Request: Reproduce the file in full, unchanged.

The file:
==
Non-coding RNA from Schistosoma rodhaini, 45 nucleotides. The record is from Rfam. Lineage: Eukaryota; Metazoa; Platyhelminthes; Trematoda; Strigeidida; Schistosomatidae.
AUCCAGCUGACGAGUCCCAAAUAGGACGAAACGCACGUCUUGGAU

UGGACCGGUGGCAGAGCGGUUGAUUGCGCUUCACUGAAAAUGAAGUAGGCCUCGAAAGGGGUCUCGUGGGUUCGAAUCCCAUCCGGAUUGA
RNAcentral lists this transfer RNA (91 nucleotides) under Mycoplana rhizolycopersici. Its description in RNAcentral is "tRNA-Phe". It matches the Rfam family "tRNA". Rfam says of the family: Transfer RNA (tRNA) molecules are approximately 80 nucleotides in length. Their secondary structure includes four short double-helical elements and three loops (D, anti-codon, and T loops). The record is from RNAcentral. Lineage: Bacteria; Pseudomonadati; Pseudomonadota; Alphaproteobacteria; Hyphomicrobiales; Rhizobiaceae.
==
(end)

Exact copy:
Non-coding RNA from Schistosoma rodhaini, 45 nucleotides. The record is from Rfam. Lineage: Eukaryota; Metazoa; Platyhelminthes; Trematoda; Strigeidida; Schistosomatidae.
AUCCAGCUGACGAGUCCCAAAUAGGACGAAACGCACGUCUUGGAU

UGGACCGGUGGCAGAGCGGUUGAUUGCGCUUCACUGAAAAUGAAGUAGGCCUCGAAAGGGGUCUCGUGGGUUCGAAUCCCAUCCGGAUUGA
RNAcentral lists this transfer RNA (91 nucleotides) under Mycoplana rhizolycopersici. Its description in RNAcentral is "tRNA-Phe". It matches the Rfam family "tRNA". Rfam says of the family: Transfer RNA (tRNA) molecules are approximately 80 nucleotides in length. Their secondary structure includes four short double-helical elements and three loops (D, anti-codon, and T loops). The record is from RNAcentral. Lineage: Bacteria; Pseudomonadati; Pseudomonadota; Alphaproteobacteria; Hyphomicrobiales; Rhizobiaceae.